The Media Independent Interface (MII) is a standard interface used to connect a Fast Ethernet (i.e. 100Mb/s) MAC-block to a PHY. The MII may connect to an external transceiver device via a pluggable connector (see photo) or simply connect two chips on the same printed circuit board. Being media independent means that any of several different types of PHY devices can be used without redesigning or replacing the MAC hardware. The equivalents of MII for other speeds are AUI (for 10 megabit Ethernet), GMII (for gigabit Ethernet), and XAUI (for 10 gigabit Ethernet).
Gigabit Media Independent Interface (GMII) is an interface between the Media Access Control (MAC) device and the physical layer (PHY). The interface defines speeds up to 1000 Mbit/s, implemented using an eight bit data interface clocked at 125 MHz, and is backwards compatible with the Media Independent Interface (MII) specification. It can also operate on fall-back speeds of 10/100 Mbit/s as per the MII specification.
Data on the interface is framed using the IEEE Ethernet standard. As such it consists of a preamble, start of frame delimiter, Ethernet headers, protocol specific data and a cyclic redundancy check (CRC) checksum.
The GMII interface is defined in IEEE Standard 802.3, 2000 Edition .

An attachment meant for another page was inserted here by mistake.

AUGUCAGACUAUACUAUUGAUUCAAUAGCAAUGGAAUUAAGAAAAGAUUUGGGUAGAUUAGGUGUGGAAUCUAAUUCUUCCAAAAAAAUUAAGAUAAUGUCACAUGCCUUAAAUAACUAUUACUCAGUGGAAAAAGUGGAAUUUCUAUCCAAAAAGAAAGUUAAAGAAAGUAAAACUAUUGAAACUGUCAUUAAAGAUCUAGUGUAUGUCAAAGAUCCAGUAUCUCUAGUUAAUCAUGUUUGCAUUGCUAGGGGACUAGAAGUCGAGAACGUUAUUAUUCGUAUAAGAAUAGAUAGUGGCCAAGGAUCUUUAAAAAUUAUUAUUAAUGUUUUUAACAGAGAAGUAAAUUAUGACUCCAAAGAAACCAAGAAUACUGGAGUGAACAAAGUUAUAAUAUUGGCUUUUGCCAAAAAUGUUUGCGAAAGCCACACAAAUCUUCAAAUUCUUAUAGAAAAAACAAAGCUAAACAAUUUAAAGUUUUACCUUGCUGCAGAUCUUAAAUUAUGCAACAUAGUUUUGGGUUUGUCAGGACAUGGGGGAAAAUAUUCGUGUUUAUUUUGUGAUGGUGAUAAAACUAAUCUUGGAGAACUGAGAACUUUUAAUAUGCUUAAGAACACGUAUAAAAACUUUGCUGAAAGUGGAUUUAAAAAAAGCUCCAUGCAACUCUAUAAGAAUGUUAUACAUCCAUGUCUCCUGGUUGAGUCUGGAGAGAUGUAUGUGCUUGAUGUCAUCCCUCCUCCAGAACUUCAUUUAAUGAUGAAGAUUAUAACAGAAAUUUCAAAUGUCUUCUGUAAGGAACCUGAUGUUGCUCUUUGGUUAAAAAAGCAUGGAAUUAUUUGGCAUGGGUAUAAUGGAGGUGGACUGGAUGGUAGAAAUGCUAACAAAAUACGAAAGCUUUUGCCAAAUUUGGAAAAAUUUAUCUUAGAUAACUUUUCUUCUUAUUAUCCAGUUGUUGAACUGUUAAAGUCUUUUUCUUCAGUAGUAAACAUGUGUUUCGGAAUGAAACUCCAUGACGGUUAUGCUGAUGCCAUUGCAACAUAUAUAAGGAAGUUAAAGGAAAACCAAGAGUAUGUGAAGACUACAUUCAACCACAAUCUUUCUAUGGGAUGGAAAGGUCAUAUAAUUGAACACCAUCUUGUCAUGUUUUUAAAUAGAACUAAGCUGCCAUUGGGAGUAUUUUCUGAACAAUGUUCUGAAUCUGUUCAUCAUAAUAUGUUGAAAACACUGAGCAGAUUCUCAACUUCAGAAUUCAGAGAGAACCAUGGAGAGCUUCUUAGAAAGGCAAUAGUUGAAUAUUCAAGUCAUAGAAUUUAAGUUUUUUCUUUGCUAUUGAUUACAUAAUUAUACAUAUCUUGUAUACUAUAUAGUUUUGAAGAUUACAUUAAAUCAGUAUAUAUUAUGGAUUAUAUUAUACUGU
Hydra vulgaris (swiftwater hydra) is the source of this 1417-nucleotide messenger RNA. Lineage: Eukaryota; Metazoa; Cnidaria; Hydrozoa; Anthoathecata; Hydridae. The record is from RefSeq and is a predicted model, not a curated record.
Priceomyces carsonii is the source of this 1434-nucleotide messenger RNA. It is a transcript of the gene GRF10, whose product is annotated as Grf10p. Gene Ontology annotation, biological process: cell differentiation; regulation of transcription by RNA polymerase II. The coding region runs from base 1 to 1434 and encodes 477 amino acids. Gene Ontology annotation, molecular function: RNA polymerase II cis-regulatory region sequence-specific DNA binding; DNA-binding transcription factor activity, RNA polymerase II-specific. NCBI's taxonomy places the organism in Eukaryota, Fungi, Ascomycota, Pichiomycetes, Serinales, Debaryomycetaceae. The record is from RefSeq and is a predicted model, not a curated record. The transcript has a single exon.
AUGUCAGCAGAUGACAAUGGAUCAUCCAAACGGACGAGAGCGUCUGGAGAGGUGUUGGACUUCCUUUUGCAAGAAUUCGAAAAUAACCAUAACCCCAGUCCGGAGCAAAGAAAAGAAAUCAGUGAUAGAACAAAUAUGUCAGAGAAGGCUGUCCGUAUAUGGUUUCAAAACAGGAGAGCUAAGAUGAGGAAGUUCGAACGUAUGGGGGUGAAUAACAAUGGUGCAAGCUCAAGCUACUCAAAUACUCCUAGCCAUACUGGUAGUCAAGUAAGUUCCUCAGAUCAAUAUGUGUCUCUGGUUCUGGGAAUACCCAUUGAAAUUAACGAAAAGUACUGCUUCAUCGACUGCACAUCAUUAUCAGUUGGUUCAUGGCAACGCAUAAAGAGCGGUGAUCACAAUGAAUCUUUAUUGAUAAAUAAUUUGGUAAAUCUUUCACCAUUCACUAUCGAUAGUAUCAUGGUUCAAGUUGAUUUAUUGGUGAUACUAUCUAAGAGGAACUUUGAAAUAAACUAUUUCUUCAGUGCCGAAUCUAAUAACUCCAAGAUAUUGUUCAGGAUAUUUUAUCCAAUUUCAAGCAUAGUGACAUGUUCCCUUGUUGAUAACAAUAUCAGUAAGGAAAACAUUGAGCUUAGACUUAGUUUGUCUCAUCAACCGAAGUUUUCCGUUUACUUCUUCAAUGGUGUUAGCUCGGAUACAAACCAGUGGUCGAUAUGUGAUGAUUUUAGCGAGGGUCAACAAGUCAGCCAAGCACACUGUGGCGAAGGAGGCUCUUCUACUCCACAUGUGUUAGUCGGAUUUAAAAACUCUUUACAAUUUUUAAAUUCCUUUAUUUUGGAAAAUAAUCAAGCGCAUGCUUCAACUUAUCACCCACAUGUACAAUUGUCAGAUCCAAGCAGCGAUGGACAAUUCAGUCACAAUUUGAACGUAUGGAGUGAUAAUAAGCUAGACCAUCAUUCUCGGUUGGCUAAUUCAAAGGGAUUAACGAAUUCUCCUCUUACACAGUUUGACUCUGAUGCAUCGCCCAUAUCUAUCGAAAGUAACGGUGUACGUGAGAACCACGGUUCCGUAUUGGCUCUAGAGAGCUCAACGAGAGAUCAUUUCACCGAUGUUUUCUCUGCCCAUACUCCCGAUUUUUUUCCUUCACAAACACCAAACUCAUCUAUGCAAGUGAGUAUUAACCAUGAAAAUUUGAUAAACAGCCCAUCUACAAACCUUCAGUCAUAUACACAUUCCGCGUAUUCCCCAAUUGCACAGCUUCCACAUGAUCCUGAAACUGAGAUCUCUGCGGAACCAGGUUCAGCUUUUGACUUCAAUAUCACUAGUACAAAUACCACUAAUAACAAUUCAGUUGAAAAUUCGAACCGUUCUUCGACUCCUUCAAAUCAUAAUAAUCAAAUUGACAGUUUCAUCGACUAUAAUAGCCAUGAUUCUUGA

RGMII uses half the number of pins as used in the GMII interface. This reduction is achieved by clocking data on both the rising and falling edges of the clock, and by eliminating non-essential signals (carrier-sense and collision-indication). Thus RGMII consists only of: RXC, RD[3:0], RX_CTL, TXC, TXD[3:0], and TX_CTL (12 pins, as opposed to GMII's 24).
Unlike GMII, the transmit clock signal is always provided by the MAC on the TXC line, rather than being provided by the PHY for 10/100 Mbit/s operation and by the MAC at 1000 Mbs.
RGMII supports Ethernet speeds of 10 Mbit/s, 100 Mb/s and 1000 Mbit/s.
The Serial Gigabit Media Independent Interface (SGMII) is a sequel of MII, a standard interface used to connect an Ethernet MAC-block to a PHY. It is used for Gigabit Ethernet (contrary to Ethernet 10/100 for MII). It differs from GMII by its low-power and low pin count serial interface (commonly referred to as a SerDes). To carry frame data and link rate information between a 10/100/1000 PHY and an Ethernet MAC, SGMII uses a differential pair for data signals and for clocking signals, with both being present in each direction (i.e., transmit and receive), giving 8 signal lines in total.
XAUI is a standard for extending the XGMII (10 Gigabit Media Independent Interface) between the MAC and PHY layer of 10 Gigabit Ethernet (10GbE). XAUI is pronounced "zowie", a concatenation of the Roman numeral X, meaning ten, and the initials of "Attachment Unit Interface".
The XGMII Extender, which is composed of an XGXS at the MAC end, an XGXS at the PHY end and a XAUI between them, is to extend the operational distance of the XGMII and to reduce the number of interface signals. Applications include extending the physical separation possible between MAC and PHY components in a 10 Gigabit Ethernet system distributed across a circuit board.
Orignal From: RGMII,SGMII,XAUI